Heart-stopping excitement

Just over five weeks ago I happened to wander home early from work one day. While drooling in front of the internet, as I do, I got a call from my dad: Can you take me to immediate care? I think I have an irregular heartbeat.

Dad is a retired doctor, and doesn’t tend to bother worrying about health issues that aren’t worth worrying about. (If you were to ask my sister or me, he doesn’t worry about some things that he should worry about.)

Immediate Care didn’t seem to take Dad’s concern seriously, and—blaming that their imaging department was going to be closing in the next hour—brushed him off to the Emergency Room. The ER was similarly laid-back, and took their time collecting all of his information. The nurses and ER doctor seemed amused, almost, as Dad described a heaviness hanging around his head during these periods where he couldn’t find his pulse. He also described how he was lying down to take a nap, and then woke up because he felt like he was about to pass out. (Passing out, of course, is your body’s way of making you lie down.)

Amused or not, at least they did listen, and hooked him up to an EKG. Within a minute of being hooked up, the machine blared an alarm: Dad’s heart had stopped. And then, a handful of missed beats later, it started back up again.

I’ve never seen an ER staff switch so quickly from let’s listen to this guy and his theory which is obviously wrong to holy shit this guy is going to drop on us at any moment.

Protip: doctors think that, if your heart stops beating for any length of time, you will pass out. Period. If you haven’t passed out, then your heart hasn’t stopped beating.

Dad got shock paddle stickers stuck on him in a hurry. I’ve never seen him protest anything (in the “oh nonononono” sense) as much as those stickers—later I learned that those things are supposed to hurt like a mother. (I had no idea! Though that does kinda make sense…)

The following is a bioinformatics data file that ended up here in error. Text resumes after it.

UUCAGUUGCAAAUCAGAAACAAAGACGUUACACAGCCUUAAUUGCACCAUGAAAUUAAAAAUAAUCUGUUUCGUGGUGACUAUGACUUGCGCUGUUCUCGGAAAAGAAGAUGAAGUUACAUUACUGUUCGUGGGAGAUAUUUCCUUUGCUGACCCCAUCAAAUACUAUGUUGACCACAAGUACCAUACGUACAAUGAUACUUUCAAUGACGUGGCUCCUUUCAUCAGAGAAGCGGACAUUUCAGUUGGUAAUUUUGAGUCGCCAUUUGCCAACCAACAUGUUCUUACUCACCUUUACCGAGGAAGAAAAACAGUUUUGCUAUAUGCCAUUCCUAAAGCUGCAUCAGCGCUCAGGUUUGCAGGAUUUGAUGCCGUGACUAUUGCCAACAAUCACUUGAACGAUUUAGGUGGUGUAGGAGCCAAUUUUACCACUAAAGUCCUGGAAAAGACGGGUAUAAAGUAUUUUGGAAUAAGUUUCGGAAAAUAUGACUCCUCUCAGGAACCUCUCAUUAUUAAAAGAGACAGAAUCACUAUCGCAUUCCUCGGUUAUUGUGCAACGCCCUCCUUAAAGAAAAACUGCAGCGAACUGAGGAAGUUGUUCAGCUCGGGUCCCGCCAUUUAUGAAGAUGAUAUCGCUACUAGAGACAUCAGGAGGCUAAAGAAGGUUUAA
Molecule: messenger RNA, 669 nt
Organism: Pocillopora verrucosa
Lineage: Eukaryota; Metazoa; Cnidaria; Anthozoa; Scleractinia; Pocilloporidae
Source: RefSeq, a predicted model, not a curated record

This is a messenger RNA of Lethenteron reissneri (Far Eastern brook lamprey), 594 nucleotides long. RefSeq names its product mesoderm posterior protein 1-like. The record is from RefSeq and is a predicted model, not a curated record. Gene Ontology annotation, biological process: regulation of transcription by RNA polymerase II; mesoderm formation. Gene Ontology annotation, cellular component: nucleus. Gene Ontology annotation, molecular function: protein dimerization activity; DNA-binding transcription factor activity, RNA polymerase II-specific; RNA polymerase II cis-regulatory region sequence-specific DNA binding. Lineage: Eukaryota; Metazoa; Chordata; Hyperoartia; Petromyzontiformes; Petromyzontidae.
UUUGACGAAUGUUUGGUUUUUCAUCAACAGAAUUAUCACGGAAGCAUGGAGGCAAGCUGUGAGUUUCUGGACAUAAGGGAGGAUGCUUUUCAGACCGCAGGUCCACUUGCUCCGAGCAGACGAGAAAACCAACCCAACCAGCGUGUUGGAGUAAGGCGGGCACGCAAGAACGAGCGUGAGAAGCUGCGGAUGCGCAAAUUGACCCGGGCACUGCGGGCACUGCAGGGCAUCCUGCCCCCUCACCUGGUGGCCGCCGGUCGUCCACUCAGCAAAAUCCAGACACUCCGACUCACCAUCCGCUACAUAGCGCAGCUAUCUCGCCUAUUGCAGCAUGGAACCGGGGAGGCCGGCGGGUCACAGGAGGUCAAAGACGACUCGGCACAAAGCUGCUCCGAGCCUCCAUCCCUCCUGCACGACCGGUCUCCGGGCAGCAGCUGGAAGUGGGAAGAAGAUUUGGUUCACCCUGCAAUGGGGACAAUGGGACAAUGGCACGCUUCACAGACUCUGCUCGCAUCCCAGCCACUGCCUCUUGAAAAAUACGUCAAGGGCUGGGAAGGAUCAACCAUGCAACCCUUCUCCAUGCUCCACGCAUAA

Once the ER was sure that they were as prepared to keep Dad alive as they could be, the gears of the hospitalization process were engaged: we waited a whole lot. (My sister, mom, and aunt got called at this point, too, and arrived before much had happened.)

There’s a whole lot of waiting in a hospital. So damn much waiting. Dad’s heart stopped more times that I could count while we sat in the ER, though he never did lose consciousness.

After meeting with a cardiologist, Dad got a temporary pacemaker placed that evening. (Keep in mind that they put leads down a vein in your neck, into your heart, to do this; Dad had no complaints about that, unlike the shock paddles.) White lines on the EKG monitor denoted when the temporary pacemaker triggered, and you could see his heart stopping ever-more-frequently as the evening progressed.

The permanent pacemaker came the next morning. Dad went home a few days later, and has been (knock on wood) fine ever since.

Only in retrospect did Dad or I ever consider the possibility that he might die. (Marin and Mom weren’t quite as dense.) Part of that is a credit to the ER staff; though it was painfully obvious when they got serious, they never did anything to incite any amount of panic.

Still, this is way too soon for any health emergencies. Watching your parents fall apart is the worst.


2 Responses to Heart-stopping excitement

  1. Barry says:

    Scary. Glad your dad is doing fine now. Completely agree with your last point.

    Thanks for sharing the story!

  2. GreyDuck says:

    Yiiikes! Glad he got taken care of, finally!


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